The easiest way to explain this idea is to contrast it, for example, with advertising. Last night I heard that Wesson oil doesn’t soak through food. Well, that’s true. It’s not dishonest;
but the thing I’m talking about is not just a matter of not being dishonest, it’s a matter of scientific integrity, which is another level. The fact that should be added to that advertising statement
is that no oils soak through food, if operated at a certain temperature. If operated at another temperature, they all will– including Wesson oil. So it’s the implication which has been conveyed, not the fact, which is true, and the difference is what we have to deal with.
…this type of integrity, this kind of care not to fool yourself, that is missing to a large extent in much of the research in cargo cult science…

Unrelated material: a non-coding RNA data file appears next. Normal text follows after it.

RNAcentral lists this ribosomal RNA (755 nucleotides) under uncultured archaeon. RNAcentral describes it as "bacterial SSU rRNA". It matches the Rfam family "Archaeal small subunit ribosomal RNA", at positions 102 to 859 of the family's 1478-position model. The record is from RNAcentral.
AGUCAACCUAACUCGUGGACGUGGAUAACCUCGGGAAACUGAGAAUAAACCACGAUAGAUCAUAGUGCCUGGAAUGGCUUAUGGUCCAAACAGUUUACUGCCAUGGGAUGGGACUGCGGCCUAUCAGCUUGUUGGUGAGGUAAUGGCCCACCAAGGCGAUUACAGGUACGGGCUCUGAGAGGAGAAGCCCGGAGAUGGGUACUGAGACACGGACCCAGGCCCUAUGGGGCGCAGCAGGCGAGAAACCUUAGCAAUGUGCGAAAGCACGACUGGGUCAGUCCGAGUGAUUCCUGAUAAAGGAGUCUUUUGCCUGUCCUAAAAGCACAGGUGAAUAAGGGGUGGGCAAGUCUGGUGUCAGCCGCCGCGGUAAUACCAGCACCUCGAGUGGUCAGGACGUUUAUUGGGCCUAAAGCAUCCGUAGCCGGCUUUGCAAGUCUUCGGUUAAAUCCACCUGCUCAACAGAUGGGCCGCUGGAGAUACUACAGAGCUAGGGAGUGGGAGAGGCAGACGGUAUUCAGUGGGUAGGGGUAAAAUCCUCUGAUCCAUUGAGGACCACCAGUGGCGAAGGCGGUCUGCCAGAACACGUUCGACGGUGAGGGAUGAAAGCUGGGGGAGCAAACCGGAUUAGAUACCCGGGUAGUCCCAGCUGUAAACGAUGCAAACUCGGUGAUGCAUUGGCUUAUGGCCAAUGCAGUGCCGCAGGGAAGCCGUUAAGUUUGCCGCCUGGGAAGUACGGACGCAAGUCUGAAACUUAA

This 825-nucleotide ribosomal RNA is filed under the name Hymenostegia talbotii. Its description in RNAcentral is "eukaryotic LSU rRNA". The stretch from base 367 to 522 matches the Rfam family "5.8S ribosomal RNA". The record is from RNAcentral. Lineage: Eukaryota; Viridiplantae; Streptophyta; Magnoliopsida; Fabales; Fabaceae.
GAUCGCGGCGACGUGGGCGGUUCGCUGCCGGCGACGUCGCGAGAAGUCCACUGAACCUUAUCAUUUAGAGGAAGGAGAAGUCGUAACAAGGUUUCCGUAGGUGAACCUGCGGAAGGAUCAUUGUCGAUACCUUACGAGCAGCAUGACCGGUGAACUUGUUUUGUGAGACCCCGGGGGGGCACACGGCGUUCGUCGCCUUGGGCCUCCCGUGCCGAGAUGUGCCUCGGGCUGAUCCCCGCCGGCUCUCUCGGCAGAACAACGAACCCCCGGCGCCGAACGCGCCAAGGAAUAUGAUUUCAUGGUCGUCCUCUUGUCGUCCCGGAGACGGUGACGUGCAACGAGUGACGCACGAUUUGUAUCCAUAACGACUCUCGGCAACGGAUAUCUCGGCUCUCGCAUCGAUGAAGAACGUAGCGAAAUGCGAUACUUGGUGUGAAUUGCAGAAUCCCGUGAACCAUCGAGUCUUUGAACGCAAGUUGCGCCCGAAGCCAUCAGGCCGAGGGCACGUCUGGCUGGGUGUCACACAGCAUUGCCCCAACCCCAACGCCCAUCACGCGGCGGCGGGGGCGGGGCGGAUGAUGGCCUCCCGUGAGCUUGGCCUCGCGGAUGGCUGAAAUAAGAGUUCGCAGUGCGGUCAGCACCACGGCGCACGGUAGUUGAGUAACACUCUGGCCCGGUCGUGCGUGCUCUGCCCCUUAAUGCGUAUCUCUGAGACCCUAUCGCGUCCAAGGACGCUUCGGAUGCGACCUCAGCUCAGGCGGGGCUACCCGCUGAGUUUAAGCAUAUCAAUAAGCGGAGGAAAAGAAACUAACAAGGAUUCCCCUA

The first principle is that you must not fool yourself–and you are the easiest person to fool. So you have to be very careful about that. After you’ve not fooled yourself, it’s easy not to fool other
scientists. You just have to be honest in a conventional way after that…
One example of the principle is this: If you’ve made up your mind to test a theory, or you want to explain some idea, you should always decide to publish it whichever way it comes out. If we only
publish results of a certain kind, we can make the argument look good. We must publish both kinds of results.